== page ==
mostly Spanish) poetry, all translated to English.  The dove, because
it mates for life, often symbolizes true love.  In juxtaposition, the
songs tell of God's distance from the Jews and grapple with the difficult
question of why the Jews, steadfast in their devotion, suffer.  The songs
are all beautifully and leanly built, with an almost fanatic concern for
finding the right note at any moment, rather than a wash of mood.  That
concentration, more than anything else, reminded me of Copland.  Weisgall
expresses his texts very well indeed.  Despite an angular vocal line,
the songs are all "doable." Unfortunately, not one motive or gesture
sticks, with the exception of the "odd man out" of the piece: a solo
piano elegy for William Schuman, beautiful and, in its quiet way, just
as uncompromising as its mates.

The Four Choral Etudes come from a roughly twenty-year period, beginning
in 1935.  All of them set well-known (comparatively speaking) Hebrew
texts: Psalms 19, 118, 114, and a Passover song.  All of them are eminently
tonal, though with expanded tonality, not particularly dissonant, gorgeous,
and difficult as sin.  It surprised me that the most elaborate of the
bunch was Weisgall's version of the Passover hymn "Ki lo na'e." He uses
the traditional melody (or *a* traditional melody, anyway), but as Bach
uses something like the chorale tune "Christ lag in Todesbanden" in his
Cantata No. 4.  All sorts of stretching and altering goes on, while
Weisgall constructs complex, yet clear contrapuntal textures.

The composer apparently conceived of A Garden Eastward as a vocal
symphony (with movement headings of "Fantasia," "Scherzo," and "Free
Variations").  For the premiere, he had titled it Three Symphonic Songs,
indicating an orchestral song cycle.  He then changed the title to its
present one, adding Cantata for High Voice and Orchestra.  "Cantata," I
suppose, will do as well as anything.  The work sets English translations
of three poems by the medieval Spanish Sephardic poet Moses ibn Ezra.
I think it worth mentioning that Weisgall always picks his texts with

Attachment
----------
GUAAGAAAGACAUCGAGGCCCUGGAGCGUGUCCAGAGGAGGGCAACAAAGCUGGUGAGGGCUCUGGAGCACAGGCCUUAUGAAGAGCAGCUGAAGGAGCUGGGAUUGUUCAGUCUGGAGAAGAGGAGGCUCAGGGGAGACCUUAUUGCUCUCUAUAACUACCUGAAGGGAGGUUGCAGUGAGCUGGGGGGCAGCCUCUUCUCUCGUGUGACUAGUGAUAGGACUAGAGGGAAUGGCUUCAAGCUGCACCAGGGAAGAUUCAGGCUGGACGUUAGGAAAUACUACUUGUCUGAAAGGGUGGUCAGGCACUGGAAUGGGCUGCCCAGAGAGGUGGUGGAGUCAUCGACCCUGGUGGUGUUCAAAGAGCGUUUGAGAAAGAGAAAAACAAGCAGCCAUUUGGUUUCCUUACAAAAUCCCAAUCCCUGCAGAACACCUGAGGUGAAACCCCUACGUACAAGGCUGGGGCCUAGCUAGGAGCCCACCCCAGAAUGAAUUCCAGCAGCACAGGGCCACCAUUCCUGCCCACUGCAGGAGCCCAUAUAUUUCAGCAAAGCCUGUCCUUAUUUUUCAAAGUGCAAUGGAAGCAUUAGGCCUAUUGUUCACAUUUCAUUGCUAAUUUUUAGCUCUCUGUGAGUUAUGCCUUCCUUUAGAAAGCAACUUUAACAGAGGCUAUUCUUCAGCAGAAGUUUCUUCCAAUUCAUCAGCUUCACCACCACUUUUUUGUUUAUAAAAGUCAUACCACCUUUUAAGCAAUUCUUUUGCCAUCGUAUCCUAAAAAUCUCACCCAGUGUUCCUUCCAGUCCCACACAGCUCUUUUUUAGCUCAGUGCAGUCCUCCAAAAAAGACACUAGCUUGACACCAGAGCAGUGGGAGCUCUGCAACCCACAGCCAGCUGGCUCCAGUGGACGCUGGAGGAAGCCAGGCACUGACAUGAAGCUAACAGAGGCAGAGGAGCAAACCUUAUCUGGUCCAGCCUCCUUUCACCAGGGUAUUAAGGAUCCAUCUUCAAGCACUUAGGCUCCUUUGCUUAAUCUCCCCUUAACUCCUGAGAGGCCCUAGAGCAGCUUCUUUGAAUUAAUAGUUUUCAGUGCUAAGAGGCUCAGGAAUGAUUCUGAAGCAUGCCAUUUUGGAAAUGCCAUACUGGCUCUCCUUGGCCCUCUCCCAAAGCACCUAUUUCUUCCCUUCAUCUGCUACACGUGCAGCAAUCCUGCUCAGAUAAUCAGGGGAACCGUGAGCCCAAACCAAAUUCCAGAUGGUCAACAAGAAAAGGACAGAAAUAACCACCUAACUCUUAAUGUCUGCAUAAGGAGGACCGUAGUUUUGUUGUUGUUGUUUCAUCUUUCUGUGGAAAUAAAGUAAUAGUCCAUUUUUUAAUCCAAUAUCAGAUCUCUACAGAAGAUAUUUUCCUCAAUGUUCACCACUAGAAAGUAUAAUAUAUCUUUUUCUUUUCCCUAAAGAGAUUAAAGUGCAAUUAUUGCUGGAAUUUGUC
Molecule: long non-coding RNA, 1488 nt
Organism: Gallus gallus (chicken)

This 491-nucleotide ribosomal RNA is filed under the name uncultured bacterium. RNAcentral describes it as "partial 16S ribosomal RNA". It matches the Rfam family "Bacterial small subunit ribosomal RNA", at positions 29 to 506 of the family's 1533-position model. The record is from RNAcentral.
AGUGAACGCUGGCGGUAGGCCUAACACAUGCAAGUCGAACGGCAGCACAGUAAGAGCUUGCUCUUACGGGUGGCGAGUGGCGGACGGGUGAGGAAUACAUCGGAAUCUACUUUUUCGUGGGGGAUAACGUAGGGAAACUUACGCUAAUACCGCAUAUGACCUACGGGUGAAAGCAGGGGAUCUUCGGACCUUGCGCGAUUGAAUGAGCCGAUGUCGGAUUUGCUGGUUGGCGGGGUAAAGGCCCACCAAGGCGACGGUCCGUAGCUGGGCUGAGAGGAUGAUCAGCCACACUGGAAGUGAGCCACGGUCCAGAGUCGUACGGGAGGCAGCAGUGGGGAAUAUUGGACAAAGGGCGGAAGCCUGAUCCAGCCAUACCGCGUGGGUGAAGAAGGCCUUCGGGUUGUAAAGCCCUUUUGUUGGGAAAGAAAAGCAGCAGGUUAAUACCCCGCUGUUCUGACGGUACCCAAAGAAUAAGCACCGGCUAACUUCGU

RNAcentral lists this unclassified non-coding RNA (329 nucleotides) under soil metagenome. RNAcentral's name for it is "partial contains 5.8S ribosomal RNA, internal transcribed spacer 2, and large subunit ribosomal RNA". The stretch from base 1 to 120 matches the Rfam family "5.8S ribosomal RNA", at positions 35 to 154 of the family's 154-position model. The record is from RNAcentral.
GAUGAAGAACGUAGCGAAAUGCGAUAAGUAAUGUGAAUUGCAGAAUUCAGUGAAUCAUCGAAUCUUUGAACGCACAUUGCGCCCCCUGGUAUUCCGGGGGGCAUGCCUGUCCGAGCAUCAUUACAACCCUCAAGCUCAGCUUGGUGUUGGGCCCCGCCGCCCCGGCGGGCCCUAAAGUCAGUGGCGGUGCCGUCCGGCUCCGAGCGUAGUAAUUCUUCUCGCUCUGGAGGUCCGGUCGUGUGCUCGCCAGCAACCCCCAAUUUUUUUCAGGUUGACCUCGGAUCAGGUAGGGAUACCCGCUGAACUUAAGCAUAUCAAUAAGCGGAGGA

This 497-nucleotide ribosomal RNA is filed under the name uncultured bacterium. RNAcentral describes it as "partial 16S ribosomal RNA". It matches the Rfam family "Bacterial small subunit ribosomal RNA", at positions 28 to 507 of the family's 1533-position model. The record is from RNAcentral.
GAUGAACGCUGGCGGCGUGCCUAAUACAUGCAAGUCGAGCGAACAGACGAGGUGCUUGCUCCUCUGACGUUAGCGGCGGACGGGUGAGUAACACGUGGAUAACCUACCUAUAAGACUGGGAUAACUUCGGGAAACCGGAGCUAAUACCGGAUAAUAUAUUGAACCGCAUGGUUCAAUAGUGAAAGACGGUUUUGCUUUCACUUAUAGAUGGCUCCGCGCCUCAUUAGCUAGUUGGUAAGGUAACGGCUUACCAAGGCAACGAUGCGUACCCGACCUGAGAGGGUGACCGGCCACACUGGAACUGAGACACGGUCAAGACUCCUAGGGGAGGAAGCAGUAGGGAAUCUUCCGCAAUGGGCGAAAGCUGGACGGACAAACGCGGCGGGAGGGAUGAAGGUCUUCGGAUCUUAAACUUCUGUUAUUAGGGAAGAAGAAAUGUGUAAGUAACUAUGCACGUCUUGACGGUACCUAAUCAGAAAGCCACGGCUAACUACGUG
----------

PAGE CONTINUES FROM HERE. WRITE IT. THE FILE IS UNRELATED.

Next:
intelligence and taste.  He is also a very canny vocal writer.  His
interest in opera shouldn't surprise anybody.  The lines, again, are
fairly angular and work the extremes of the soloist's range, but they're
not beyond reach.  This is also a completely tonal, at times even diatonic
and bitonal, work, and I must say the final measures are gorgeous.  At
one point, the composer considered this his most beautiful piece.  However,
beauty lies in the eye (or ear) of the beholder.  I don't agree with
Weisgall, pretty though the work may be in places.  Even on this CD, I
much prefer the T'kiatot and the Four Choral Etudes.  The problem lies
again in the comparative facelessness of the material.  The only people
in the lobby humming the tunes after it was all over would probably have
been the composer and the soloist.

None of these pieces are easy, and the performances achieve more than
mere run-throughs.  Schwarz and the Seattle give handsome shape to the
T'kiatot.  Martinez and Okerlund deliver the Psalm with a nice heaping
helping of drama and to a great extent overcome a rather thankless score.
The BBC Singers stand among the finest vocal ensembles in the world.
They and Itai unknot the knotty Four Choral Etudes to reveal their beauty
and "inevitability," to steal from Leonard Bernstein.  Mester and the
Barcelona Symphony provide a capable accompaniment to the amazing Phyllis
Bryn-Julson.  She has to have perfect pitch, she's so dead on, even when
Weisgall is doing his damndest to throw her off with orchestral lines
that almost, but not quite match her.

Overall, the CD represents a bit of a gamble.  Like Sessions, Weisgall
has always had a small, but loyal fan base.  Still, the Naxos price might
tempt a few to take the risk.

Steve Schwartz